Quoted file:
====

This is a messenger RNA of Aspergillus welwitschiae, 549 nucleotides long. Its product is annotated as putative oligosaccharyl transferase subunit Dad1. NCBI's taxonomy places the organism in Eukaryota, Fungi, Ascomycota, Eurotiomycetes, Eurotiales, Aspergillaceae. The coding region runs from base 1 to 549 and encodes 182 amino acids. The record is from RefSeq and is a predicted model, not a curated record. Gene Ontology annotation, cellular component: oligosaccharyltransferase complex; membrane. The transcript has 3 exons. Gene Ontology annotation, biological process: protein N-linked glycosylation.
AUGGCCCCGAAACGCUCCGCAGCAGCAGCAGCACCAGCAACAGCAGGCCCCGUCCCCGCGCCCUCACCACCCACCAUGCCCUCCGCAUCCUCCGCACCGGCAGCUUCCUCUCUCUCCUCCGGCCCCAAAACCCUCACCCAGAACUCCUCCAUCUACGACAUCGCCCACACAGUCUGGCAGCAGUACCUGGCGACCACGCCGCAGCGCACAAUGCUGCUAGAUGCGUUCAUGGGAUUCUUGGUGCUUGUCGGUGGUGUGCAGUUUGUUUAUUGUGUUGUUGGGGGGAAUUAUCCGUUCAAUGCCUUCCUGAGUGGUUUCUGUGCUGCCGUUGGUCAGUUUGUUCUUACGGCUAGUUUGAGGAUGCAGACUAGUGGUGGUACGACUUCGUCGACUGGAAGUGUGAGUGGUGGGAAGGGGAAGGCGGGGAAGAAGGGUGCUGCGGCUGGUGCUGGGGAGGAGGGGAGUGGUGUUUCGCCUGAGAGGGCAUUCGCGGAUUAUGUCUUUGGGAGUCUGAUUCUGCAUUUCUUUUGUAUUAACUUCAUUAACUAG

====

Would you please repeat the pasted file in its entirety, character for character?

This is a messenger RNA of Aspergillus welwitschiae, 549 nucleotides long. Its product is annotated as putative oligosaccharyl transferase subunit Dad1. NCBI's taxonomy places the organism in Eukaryota, Fungi, Ascomycota, Eurotiomycetes, Eurotiales, Aspergillaceae. The coding region runs from base 1 to 549 and encodes 182 amino acids. The record is from RefSeq and is a predicted model, not a curated record. Gene Ontology annotation, cellular component: oligosaccharyltransferase complex; membrane. The transcript has 3 exons. Gene Ontology annotation, biological process: protein N-linked glycosylation.
AUGGCCCCGAAACGCUCCGCAGCAGCAGCAGCACCAGCAACAGCAGGCCCCGUCCCCGCGCCCUCACCACCCACCAUGCCCUCCGCAUCCUCCGCACCGGCAGCUUCCUCUCUCUCCUCCGGCCCCAAAACCCUCACCCAGAACUCCUCCAUCUACGACAUCGCCCACACAGUCUGGCAGCAGUACCUGGCGACCACGCCGCAGCGCACAAUGCUGCUAGAUGCGUUCAUGGGAUUCUUGGUGCUUGUCGGUGGUGUGCAGUUUGUUUAUUGUGUUGUUGGGGGGAAUUAUCCGUUCAAUGCCUUCCUGAGUGGUUUCUGUGCUGCCGUUGGUCAGUUUGUUCUUACGGCUAGUUUGAGGAUGCAGACUAGUGGUGGUACGACUUCGUCGACUGGAAGUGUGAGUGGUGGGAAGGGGAAGGCGGGGAAGAAGGGUGCUGCGGCUGGUGCUGGGGAGGAGGGGAGUGGUGUUUCGCCUGAGAGGGCAUUCGCGGAUUAUGUCUUUGGGAGUCUGAUUCUGCAUUUCUUUUGUAUUAACUUCAUUAACUAG